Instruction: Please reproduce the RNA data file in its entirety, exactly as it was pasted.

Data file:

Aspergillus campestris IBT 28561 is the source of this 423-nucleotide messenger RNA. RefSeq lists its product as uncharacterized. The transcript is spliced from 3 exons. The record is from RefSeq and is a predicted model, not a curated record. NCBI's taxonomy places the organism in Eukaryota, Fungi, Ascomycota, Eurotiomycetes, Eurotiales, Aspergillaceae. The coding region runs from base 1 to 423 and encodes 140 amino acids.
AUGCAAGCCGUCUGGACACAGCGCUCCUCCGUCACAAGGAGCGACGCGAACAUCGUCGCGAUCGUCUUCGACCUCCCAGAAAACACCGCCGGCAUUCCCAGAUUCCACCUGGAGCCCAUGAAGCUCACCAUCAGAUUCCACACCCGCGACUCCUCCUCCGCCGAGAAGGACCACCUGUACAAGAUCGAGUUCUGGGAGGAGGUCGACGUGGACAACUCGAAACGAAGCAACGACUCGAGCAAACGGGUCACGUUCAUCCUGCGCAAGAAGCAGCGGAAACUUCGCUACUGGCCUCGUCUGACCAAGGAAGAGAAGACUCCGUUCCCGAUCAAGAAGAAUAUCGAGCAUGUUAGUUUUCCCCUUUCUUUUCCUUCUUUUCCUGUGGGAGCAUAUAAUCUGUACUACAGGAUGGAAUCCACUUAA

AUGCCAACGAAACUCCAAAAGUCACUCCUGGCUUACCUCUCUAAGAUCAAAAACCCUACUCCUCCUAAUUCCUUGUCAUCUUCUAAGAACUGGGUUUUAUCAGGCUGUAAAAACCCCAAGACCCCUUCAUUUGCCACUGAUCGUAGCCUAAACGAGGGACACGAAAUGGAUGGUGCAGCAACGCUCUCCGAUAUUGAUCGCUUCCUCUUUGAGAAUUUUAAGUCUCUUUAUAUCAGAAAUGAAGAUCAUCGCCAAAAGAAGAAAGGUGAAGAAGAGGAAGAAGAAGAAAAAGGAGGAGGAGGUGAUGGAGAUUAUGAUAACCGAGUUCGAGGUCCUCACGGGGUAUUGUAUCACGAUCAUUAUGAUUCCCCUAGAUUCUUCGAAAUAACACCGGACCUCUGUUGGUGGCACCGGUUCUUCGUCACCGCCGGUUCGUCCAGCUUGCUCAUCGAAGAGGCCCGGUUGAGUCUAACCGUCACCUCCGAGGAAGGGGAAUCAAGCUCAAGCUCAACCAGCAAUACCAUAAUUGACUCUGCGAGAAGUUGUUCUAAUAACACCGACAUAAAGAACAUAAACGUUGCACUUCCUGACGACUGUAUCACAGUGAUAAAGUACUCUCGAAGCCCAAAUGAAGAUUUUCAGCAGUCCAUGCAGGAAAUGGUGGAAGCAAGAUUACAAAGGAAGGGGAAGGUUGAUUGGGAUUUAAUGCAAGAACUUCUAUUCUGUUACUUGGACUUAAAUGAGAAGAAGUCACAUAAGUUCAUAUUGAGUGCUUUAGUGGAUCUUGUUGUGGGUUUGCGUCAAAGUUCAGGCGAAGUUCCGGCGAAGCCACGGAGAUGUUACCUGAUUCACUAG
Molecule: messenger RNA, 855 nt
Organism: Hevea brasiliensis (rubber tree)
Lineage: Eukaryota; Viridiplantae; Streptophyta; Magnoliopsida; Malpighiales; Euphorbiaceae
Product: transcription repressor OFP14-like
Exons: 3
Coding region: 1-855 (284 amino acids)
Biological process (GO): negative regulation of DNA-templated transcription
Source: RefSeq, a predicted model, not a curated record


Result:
Aspergillus campestris IBT 28561 is the source of this 423-nucleotide messenger RNA. RefSeq lists its product as uncharacterized. The transcript is spliced from 3 exons. The record is from RefSeq and is a predicted model, not a curated record. NCBI's taxonomy places the organism in Eukaryota, Fungi, Ascomycota, Eurotiomycetes, Eurotiales, Aspergillaceae. The coding region runs from base 1 to 423 and encodes 140 amino acids.
AUGCAAGCCGUCUGGACACAGCGCUCCUCCGUCACAAGGAGCGACGCGAACAUCGUCGCGAUCGUCUUCGACCUCCCAGAAAACACCGCCGGCAUUCCCAGAUUCCACCUGGAGCCCAUGAAGCUCACCAUCAGAUUCCACACCCGCGACUCCUCCUCCGCCGAGAAGGACCACCUGUACAAGAUCGAGUUCUGGGAGGAGGUCGACGUGGACAACUCGAAACGAAGCAACGACUCGAGCAAACGGGUCACGUUCAUCCUGCGCAAGAAGCAGCGGAAACUUCGCUACUGGCCUCGUCUGACCAAGGAAGAGAAGACUCCGUUCCCGAUCAAGAAGAAUAUCGAGCAUGUUAGUUUUCCCCUUUCUUUUCCUUCUUUUCCUGUGGGAGCAUAUAAUCUGUACUACAGGAUGGAAUCCACUUAA

AUGCCAACGAAACUCCAAAAGUCACUCCUGGCUUACCUCUCUAAGAUCAAAAACCCUACUCCUCCUAAUUCCUUGUCAUCUUCUAAGAACUGGGUUUUAUCAGGCUGUAAAAACCCCAAGACCCCUUCAUUUGCCACUGAUCGUAGCCUAAACGAGGGACACGAAAUGGAUGGUGCAGCAACGCUCUCCGAUAUUGAUCGCUUCCUCUUUGAGAAUUUUAAGUCUCUUUAUAUCAGAAAUGAAGAUCAUCGCCAAAAGAAGAAAGGUGAAGAAGAGGAAGAAGAAGAAAAAGGAGGAGGAGGUGAUGGAGAUUAUGAUAACCGAGUUCGAGGUCCUCACGGGGUAUUGUAUCACGAUCAUUAUGAUUCCCCUAGAUUCUUCGAAAUAACACCGGACCUCUGUUGGUGGCACCGGUUCUUCGUCACCGCCGGUUCGUCCAGCUUGCUCAUCGAAGAGGCCCGGUUGAGUCUAACCGUCACCUCCGAGGAAGGGGAAUCAAGCUCAAGCUCAACCAGCAAUACCAUAAUUGACUCUGCGAGAAGUUGUUCUAAUAACACCGACAUAAAGAACAUAAACGUUGCACUUCCUGACGACUGUAUCACAGUGAUAAAGUACUCUCGAAGCCCAAAUGAAGAUUUUCAGCAGUCCAUGCAGGAAAUGGUGGAAGCAAGAUUACAAAGGAAGGGGAAGGUUGAUUGGGAUUUAAUGCAAGAACUUCUAUUCUGUUACUUGGACUUAAAUGAGAAGAAGUCACAUAAGUUCAUAUUGAGUGCUUUAGUGGAUCUUGUUGUGGGUUUGCGUCAAAGUUCAGGCGAAGUUCCGGCGAAGCCACGGAGAUGUUACCUGAUUCACUAG
Molecule: messenger RNA, 855 nt
Organism: Hevea brasiliensis (rubber tree)
Lineage: Eukaryota; Viridiplantae; Streptophyta; Magnoliopsida; Malpighiales; Euphorbiaceae
Product: transcription repressor OFP14-like
Exons: 3
Coding region: 1-855 (284 amino acids)
Biological process (GO): negative regulation of DNA-templated transcription
Source: RefSeq, a predicted model, not a curated record